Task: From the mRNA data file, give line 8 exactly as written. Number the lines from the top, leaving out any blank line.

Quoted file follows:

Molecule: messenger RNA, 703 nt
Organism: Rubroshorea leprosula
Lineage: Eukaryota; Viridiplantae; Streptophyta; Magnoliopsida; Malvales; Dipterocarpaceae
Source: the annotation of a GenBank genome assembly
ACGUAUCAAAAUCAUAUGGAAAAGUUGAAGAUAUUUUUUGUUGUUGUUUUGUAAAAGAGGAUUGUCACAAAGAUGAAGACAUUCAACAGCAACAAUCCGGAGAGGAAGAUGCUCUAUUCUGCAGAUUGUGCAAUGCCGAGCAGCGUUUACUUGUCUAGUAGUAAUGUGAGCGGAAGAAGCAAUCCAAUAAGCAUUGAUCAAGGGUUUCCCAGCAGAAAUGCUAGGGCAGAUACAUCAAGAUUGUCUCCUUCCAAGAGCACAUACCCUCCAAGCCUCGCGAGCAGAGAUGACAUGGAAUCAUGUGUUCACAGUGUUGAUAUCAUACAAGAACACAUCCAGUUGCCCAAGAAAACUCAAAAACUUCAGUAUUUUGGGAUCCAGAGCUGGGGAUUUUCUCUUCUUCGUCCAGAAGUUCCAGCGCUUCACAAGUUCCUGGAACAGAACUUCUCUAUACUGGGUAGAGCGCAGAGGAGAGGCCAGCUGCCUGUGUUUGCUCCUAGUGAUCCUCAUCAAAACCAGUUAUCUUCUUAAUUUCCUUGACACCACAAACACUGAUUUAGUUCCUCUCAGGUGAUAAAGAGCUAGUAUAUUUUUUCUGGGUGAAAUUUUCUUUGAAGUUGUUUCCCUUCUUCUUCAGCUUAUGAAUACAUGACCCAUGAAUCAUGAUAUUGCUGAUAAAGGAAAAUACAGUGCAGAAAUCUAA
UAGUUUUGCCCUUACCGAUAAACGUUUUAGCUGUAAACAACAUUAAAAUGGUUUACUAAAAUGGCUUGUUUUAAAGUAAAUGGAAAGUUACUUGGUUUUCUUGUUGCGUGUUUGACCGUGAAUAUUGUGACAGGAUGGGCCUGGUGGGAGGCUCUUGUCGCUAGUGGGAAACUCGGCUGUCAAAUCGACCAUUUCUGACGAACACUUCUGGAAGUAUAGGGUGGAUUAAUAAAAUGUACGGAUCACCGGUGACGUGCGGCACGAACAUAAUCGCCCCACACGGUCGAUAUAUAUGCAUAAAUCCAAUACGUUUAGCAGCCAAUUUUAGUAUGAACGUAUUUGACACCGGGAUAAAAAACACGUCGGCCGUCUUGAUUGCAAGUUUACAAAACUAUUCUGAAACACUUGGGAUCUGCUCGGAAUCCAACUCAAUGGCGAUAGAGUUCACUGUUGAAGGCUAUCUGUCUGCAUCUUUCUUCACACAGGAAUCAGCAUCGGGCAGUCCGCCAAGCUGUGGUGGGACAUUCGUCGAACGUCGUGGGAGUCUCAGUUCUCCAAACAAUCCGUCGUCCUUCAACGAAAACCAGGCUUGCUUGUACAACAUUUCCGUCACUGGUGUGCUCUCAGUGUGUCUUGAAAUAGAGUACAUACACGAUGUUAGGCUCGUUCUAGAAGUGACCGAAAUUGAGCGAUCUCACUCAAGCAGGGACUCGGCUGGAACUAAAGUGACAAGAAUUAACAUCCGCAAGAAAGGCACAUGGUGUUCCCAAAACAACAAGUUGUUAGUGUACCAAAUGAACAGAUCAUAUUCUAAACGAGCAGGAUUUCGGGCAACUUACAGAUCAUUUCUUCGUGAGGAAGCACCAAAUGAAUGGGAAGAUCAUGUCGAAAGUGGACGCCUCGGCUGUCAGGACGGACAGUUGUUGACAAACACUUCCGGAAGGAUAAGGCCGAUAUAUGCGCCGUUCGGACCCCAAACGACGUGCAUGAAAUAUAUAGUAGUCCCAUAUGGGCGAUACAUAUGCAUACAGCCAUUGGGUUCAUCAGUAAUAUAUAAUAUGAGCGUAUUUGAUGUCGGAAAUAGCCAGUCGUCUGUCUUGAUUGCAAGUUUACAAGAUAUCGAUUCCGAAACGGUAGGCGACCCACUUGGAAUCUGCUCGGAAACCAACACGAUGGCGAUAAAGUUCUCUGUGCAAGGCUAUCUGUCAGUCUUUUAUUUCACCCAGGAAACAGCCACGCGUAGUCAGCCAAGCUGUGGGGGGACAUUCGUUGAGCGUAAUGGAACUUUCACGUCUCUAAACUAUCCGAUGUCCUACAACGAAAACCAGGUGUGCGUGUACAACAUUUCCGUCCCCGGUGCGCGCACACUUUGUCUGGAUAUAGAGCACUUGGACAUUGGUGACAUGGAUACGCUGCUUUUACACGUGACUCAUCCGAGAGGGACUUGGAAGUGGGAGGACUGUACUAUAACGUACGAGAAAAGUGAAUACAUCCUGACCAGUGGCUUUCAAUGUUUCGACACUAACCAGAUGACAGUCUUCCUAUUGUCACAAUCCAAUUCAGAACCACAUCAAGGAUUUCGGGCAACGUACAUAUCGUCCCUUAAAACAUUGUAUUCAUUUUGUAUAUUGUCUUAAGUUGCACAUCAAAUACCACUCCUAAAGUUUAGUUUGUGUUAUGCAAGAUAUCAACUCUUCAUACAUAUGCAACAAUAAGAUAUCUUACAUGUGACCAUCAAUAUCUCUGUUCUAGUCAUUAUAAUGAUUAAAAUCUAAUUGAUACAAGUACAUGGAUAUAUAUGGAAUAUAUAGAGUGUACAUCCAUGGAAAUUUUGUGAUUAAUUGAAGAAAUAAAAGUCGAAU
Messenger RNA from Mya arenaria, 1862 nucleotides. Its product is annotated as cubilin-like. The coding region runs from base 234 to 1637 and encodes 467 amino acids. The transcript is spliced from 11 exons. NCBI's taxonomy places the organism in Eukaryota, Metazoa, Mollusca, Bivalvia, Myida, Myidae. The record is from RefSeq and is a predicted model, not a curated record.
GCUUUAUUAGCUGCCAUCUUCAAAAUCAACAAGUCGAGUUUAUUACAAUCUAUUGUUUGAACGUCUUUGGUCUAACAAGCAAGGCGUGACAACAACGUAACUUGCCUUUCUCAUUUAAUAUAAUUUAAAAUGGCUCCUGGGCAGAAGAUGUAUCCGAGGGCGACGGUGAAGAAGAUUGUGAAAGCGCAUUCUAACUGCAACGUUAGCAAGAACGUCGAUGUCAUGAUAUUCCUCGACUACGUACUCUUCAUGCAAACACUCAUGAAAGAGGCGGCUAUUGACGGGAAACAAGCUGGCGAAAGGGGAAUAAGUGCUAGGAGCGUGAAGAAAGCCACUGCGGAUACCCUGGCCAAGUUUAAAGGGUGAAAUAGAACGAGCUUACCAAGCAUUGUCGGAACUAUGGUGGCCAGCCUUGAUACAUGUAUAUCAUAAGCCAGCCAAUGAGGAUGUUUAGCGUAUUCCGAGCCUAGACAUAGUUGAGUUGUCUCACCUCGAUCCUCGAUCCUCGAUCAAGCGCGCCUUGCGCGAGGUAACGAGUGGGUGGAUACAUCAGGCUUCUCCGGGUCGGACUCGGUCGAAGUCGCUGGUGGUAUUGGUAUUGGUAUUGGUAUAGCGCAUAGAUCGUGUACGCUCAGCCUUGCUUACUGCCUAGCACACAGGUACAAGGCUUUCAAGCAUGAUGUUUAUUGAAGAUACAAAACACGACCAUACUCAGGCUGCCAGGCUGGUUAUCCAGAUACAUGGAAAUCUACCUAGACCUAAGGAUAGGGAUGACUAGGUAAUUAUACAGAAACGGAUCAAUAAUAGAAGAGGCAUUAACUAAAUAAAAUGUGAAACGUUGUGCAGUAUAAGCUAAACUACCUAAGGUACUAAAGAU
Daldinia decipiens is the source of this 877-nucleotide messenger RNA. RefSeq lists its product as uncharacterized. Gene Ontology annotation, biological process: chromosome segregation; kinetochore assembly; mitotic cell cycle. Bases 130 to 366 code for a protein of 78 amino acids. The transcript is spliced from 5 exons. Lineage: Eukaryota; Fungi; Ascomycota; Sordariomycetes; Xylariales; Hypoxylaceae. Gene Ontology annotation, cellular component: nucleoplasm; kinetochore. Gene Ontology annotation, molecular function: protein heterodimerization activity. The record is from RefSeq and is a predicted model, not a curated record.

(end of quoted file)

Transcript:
GCUUUAUUAGCUGCCAUCUUCAAAAUCAACAAGUCGAGUUUAUUACAAUCUAUUGUUUGAACGUCUUUGGUCUAACAAGCAAGGCGUGACAACAACGUAACUUGCCUUUCUCAUUUAAUAUAAUUUAAAAUGGCUCCUGGGCAGAAGAUGUAUCCGAGGGCGACGGUGAAGAAGAUUGUGAAAGCGCAUUCUAACUGCAACGUUAGCAAGAACGUCGAUGUCAUGAUAUUCCUCGACUACGUACUCUUCAUGCAAACACUCAUGAAAGAGGCGGCUAUUGACGGGAAACAAGCUGGCGAAAGGGGAAUAAGUGCUAGGAGCGUGAAGAAAGCCACUGCGGAUACCCUGGCCAAGUUUAAAGGGUGAAAUAGAACGAGCUUACCAAGCAUUGUCGGAACUAUGGUGGCCAGCCUUGAUACAUGUAUAUCAUAAGCCAGCCAAUGAGGAUGUUUAGCGUAUUCCGAGCCUAGACAUAGUUGAGUUGUCUCACCUCGAUCCUCGAUCCUCGAUCAAGCGCGCCUUGCGCGAGGUAACGAGUGGGUGGAUACAUCAGGCUUCUCCGGGUCGGACUCGGUCGAAGUCGCUGGUGGUAUUGGUAUUGGUAUUGGUAUAGCGCAUAGAUCGUGUACGCUCAGCCUUGCUUACUGCCUAGCACACAGGUACAAGGCUUUCAAGCAUGAUGUUUAUUGAAGAUACAAAACACGACCAUACUCAGGCUGCCAGGCUGGUUAUCCAGAUACAUGGAAAUCUACCUAGACCUAAGGAUAGGGAUGACUAGGUAAUUAUACAGAAACGGAUCAAUAAUAGAAGAGGCAUUAACUAAAUAAAAUGUGAAACGUUGUGCAGUAUAAGCUAAACUACCUAAGGUACUAAAGAU